AFTER THE BALL
by Charles K. Harris (1865-1930)
A little maiden climbed an old man’s knees—
Begged for a story: "Do uncle, please!
Why are you single, why live alone?
Have you no babies, have you no home?"
"I had a sweetheart, years, years ago,
Where she is now, pet, you will soon know;
List to the story, I’ll tell it all:
I believed her faithless after the ball.“
”Bright lights were flashing in the grand ballroom,
Softly the music playing sweet tunes.
There came my sweetheart, my love, my own,
‘I wish some water; leave me alone.’
When I returned, dear, there stood a man
Kissing my sweetheart as lovers can.
Down fell the glass, pet, broken, that’s all—
Just as my heart was after the ball.“
”Long years have passed, child, I have never wed,
True to my lost love though she is dead.
She tried to tell me, tried to explain—
I would not listen, pleadings were vain.
One day a letter came from that man;
He was her brother, the letter ran.
That’s why I’m lonely, no home at all—
I broke her heart, pet, after the ball."
After the ball is over, after the break of morn,
After the dancers' leaving, after the stars are gone,
Many a heart is aching, if you could read them all—
Many the hopes that have vanished
After the ball.
The 1890s witnessed the emergence of a commercial popular music industry in the United States. Sales of sheet music, enabling consumers to play and sing songs in their own parlors, skyrocketed during the “Gay Nineties,” led by Tin Pan Alley, the narrow street in midtown Manhattan that housed the country’s major music publishers and producers. Although Tin Pan Alley was established in the 1880s, it only achieved national prominence with the first “platinum” song hit in American music history—Charles K. Harris’s “After the Ball”—that sold two million pieces of sheet music in 1892 alone. “After the Ball’s” sentimentality ultimately helped sell over five million copies of sheet music, making it the biggest hit in Tin Pan Alley’s long history. Typical of most popular 1890s tunes, the song was a tearjerker, a melodramatic evocation of lost love.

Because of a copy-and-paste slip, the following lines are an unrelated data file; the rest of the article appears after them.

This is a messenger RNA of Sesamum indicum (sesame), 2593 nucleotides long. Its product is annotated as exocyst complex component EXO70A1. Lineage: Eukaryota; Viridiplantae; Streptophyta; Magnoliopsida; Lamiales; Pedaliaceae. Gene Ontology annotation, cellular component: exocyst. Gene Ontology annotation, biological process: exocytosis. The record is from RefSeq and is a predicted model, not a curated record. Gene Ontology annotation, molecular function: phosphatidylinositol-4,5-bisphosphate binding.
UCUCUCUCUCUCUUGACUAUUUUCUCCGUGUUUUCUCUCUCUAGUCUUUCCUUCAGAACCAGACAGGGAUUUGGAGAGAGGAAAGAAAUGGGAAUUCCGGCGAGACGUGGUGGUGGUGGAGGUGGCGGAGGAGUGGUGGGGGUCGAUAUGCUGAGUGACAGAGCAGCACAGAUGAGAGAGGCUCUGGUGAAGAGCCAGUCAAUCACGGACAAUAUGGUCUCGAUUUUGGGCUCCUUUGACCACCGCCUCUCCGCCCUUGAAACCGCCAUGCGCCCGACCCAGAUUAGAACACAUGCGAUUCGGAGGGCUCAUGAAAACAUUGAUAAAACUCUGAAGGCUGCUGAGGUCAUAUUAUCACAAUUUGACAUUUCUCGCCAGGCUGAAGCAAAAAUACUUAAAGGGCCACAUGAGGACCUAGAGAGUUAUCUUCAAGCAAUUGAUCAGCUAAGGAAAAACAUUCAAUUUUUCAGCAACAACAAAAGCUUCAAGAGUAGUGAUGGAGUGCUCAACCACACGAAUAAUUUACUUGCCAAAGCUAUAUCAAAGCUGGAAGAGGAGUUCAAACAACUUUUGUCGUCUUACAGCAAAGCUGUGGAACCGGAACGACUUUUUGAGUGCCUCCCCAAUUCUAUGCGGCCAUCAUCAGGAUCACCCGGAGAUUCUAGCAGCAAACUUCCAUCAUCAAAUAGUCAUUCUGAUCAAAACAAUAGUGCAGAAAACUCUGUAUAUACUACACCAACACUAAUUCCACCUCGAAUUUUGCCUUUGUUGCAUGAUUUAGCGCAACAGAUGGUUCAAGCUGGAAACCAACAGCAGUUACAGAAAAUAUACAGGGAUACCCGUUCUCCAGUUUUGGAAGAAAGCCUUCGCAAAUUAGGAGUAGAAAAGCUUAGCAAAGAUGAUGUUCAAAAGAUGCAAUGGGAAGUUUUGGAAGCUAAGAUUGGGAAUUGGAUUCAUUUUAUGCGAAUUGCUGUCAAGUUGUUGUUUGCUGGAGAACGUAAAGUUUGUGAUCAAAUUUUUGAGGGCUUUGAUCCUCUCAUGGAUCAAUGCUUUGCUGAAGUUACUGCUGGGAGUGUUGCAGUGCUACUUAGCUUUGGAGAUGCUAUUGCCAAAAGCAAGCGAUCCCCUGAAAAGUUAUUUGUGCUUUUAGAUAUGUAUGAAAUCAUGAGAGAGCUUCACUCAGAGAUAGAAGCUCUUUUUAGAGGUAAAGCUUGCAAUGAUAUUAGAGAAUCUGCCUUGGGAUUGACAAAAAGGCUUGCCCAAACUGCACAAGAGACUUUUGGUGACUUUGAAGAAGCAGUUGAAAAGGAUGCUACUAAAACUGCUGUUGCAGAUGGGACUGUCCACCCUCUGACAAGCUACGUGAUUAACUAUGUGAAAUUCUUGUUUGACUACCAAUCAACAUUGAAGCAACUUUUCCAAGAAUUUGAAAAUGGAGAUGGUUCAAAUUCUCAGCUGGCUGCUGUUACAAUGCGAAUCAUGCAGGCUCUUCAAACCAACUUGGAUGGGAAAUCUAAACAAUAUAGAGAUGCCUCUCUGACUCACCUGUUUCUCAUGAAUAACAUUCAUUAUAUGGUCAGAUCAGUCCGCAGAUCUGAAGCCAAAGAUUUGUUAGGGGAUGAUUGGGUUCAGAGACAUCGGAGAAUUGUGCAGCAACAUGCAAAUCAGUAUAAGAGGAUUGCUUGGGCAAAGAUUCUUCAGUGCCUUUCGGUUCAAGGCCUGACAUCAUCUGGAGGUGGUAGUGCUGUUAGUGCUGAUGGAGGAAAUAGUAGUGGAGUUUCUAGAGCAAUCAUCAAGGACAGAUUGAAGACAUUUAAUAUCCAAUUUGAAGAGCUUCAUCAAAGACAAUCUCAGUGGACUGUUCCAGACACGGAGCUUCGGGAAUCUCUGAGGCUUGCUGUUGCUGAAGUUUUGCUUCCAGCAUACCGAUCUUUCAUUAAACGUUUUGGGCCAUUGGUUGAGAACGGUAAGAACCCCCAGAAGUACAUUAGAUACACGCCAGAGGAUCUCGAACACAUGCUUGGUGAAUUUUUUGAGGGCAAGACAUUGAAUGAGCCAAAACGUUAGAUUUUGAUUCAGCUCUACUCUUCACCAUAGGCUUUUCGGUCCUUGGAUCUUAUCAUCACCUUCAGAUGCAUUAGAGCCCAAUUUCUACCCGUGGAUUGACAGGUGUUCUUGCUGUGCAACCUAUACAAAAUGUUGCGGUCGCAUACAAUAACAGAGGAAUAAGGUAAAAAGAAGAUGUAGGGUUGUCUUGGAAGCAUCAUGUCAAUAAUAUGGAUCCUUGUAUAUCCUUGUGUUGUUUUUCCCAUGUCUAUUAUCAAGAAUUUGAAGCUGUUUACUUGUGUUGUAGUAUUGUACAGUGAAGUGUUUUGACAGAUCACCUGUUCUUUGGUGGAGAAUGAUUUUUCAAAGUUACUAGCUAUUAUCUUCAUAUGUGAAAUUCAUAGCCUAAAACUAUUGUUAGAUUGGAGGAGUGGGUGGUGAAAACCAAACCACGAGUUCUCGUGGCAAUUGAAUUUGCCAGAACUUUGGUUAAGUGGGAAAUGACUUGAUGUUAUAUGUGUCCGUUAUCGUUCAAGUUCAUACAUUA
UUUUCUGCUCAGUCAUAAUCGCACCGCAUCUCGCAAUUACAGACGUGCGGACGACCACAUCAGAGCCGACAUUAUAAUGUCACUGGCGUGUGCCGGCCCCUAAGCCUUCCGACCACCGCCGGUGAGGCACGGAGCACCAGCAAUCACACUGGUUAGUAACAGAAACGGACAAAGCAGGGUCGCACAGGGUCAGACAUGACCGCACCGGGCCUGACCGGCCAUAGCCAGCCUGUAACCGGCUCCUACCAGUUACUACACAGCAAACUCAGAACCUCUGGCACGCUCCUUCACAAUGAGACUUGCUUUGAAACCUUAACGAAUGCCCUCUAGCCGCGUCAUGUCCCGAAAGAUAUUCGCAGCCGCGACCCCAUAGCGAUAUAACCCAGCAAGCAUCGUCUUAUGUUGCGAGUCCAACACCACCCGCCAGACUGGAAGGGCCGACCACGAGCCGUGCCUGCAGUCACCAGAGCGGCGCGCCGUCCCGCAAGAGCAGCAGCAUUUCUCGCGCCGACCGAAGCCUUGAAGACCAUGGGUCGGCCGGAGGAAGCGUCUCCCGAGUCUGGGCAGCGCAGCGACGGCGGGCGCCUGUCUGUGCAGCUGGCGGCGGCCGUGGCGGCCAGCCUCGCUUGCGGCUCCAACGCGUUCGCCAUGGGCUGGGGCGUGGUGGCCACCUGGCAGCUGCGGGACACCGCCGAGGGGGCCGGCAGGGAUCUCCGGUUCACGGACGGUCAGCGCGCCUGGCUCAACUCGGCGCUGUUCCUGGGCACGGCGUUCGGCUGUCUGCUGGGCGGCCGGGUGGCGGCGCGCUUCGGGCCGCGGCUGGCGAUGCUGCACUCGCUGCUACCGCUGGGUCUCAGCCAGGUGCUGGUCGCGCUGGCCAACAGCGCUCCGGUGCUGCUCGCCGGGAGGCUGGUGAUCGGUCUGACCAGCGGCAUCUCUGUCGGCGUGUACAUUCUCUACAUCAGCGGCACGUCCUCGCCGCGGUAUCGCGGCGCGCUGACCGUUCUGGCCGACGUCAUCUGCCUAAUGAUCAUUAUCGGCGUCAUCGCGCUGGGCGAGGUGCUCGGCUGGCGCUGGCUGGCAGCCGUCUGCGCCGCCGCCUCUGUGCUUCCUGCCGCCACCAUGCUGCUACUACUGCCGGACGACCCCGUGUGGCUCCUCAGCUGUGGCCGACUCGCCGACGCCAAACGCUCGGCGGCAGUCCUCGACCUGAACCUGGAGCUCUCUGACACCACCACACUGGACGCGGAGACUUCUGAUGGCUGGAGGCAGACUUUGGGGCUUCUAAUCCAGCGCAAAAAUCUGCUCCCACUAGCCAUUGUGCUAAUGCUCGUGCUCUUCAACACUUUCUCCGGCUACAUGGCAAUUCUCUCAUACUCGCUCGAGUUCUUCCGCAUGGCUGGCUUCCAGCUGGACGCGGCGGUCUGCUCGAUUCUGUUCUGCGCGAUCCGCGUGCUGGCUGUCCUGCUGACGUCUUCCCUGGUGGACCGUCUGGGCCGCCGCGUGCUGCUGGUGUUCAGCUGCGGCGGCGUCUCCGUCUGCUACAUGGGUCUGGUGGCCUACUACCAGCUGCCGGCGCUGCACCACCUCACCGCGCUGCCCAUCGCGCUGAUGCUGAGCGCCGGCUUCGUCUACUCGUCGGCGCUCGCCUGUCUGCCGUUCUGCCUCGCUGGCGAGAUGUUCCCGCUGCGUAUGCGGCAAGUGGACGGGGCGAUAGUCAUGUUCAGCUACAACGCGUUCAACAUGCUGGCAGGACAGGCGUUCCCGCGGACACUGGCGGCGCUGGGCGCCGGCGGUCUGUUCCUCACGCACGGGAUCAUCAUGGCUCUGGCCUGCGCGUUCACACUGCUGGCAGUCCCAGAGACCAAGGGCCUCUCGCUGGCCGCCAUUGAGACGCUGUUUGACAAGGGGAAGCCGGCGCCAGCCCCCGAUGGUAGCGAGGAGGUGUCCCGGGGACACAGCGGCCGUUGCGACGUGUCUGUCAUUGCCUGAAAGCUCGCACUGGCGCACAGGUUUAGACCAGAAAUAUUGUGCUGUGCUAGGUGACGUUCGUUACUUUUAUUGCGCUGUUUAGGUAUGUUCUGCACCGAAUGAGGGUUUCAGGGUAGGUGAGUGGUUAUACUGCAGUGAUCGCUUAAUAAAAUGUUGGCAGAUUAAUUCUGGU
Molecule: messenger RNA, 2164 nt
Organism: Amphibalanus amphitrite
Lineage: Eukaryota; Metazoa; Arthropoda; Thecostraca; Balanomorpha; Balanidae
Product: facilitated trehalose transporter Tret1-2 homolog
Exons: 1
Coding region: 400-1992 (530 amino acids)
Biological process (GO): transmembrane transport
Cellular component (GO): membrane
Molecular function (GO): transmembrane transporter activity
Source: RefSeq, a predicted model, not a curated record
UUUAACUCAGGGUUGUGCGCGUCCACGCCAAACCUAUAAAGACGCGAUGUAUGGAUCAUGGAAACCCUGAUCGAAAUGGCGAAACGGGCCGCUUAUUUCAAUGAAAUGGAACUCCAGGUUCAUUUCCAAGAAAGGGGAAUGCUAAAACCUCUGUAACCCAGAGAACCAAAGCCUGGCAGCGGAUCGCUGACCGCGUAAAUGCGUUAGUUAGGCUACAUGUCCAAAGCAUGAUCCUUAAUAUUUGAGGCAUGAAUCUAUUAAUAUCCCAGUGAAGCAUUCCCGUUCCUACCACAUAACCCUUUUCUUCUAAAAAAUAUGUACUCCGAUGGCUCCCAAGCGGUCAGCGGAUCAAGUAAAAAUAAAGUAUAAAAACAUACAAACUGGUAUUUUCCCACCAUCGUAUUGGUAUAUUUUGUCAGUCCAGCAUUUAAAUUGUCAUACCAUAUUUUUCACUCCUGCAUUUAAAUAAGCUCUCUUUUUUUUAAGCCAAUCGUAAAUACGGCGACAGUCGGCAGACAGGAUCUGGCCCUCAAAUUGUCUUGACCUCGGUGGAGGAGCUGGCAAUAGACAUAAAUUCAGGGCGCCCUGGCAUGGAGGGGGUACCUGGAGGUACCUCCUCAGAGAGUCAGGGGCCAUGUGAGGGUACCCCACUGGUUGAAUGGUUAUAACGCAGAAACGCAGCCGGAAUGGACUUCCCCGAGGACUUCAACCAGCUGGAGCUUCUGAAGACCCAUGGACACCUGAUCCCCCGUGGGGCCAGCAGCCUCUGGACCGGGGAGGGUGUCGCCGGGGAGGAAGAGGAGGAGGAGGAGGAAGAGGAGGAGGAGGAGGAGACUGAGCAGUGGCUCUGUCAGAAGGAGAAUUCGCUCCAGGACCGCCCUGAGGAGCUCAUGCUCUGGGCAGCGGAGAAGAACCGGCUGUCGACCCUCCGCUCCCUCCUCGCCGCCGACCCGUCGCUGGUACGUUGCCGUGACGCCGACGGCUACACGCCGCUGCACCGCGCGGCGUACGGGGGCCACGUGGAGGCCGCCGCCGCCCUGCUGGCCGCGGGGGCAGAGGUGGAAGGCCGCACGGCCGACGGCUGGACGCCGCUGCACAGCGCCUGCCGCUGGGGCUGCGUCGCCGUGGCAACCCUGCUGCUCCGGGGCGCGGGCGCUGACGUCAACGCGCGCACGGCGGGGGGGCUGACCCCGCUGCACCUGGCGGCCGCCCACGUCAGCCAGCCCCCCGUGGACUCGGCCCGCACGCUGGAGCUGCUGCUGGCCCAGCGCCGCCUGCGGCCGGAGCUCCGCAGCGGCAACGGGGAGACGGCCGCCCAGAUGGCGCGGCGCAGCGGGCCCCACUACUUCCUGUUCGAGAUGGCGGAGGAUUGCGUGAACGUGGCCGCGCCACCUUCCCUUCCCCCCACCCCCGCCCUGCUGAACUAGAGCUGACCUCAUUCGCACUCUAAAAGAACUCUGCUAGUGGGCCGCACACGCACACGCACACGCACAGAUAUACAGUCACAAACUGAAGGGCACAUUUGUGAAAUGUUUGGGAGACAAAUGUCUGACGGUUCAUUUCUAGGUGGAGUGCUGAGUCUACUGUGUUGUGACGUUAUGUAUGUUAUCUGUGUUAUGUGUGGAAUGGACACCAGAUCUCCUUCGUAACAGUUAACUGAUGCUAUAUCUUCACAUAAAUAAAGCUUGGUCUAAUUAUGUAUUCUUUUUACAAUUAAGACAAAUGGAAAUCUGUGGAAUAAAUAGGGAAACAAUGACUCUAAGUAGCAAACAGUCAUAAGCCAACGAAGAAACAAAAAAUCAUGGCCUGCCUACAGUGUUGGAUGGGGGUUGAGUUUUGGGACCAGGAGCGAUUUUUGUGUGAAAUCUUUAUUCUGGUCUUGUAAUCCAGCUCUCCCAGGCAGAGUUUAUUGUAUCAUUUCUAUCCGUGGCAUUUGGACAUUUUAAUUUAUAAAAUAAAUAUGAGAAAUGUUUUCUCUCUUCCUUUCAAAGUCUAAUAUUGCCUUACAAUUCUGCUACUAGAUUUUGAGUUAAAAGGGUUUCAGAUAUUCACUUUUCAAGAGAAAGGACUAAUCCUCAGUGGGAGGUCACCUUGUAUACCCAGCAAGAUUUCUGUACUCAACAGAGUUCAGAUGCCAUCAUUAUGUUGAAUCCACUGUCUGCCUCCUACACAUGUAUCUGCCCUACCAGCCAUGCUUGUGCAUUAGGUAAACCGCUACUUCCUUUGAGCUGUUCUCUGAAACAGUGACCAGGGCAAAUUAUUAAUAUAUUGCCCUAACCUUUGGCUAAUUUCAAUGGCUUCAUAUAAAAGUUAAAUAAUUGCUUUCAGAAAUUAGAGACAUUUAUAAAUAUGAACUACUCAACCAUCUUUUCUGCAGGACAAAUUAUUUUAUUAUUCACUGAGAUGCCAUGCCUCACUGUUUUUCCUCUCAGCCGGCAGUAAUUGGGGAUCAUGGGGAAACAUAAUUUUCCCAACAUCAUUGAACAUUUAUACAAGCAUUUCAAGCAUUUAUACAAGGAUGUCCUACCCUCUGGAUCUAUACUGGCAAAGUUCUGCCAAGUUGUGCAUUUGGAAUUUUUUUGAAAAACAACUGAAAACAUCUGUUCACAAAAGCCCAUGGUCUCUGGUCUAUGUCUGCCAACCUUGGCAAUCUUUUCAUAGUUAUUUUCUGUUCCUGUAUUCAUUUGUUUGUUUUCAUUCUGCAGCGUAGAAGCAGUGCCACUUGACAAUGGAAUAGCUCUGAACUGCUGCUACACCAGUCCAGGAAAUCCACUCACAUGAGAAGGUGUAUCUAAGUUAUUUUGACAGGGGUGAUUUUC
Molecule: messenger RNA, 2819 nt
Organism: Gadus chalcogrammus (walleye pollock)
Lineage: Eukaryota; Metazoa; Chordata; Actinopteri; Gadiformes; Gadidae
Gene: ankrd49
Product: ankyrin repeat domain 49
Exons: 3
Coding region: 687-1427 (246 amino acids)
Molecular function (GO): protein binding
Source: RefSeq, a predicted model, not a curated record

(From: “After the Ball”: Lyrics from the Biggest Hit of the 1890s (History Matters)
Interestingly, the most popular song of the Fair also had its origin in Chicago - or so the story goes.
Harris had attended a dance in Chicago. There he had seen a pair of young lovers go home separately after a quarrel. He made note of the line "Many a heart is aching, after the ball." On his return to Milwaukee he used the line as the basis of a story where and old man tells a story to his young niece of a lost love due to a terrible misunderstanding. The idea of telling the story to a young niece allowed Harris to fill in lines using the word "pet."(From: Chas. K. Harris "King Of The Tear Jerker" [Parlor Songs])
The Columbian Exposition aggressively promoted itself as a cultural event and music was an important element. John Phillip Sousa and his band had played at the dedication of the Columbian Exposition buildings in October of 1892 and was asked by Theodore Thomas, first conductor of the Chicago Symphony Orchestra, to perform at the Fair in 1893 from May through June. Sousa's open air performances on the Grand Plaza were a hit and because Sousa liked "After the Ball" so much, it was played every evening. Sousa became a huge success and so did the song.
"After the Ball" was translated into many other languages, but today the "World's Fair Song" perpetually lives on as part of the score of the classic American musical, Show Boat.
Parlor Songs (An outstanding website on American popular music from 1800 to 1920.)
Music Publishing (Encyclopedia of Chicago)
John Phillip Sousa (Library of Congress)
Charles K. Harris (Parlor Music)
"After the Ball" (Music for the Nation, Library of Congress)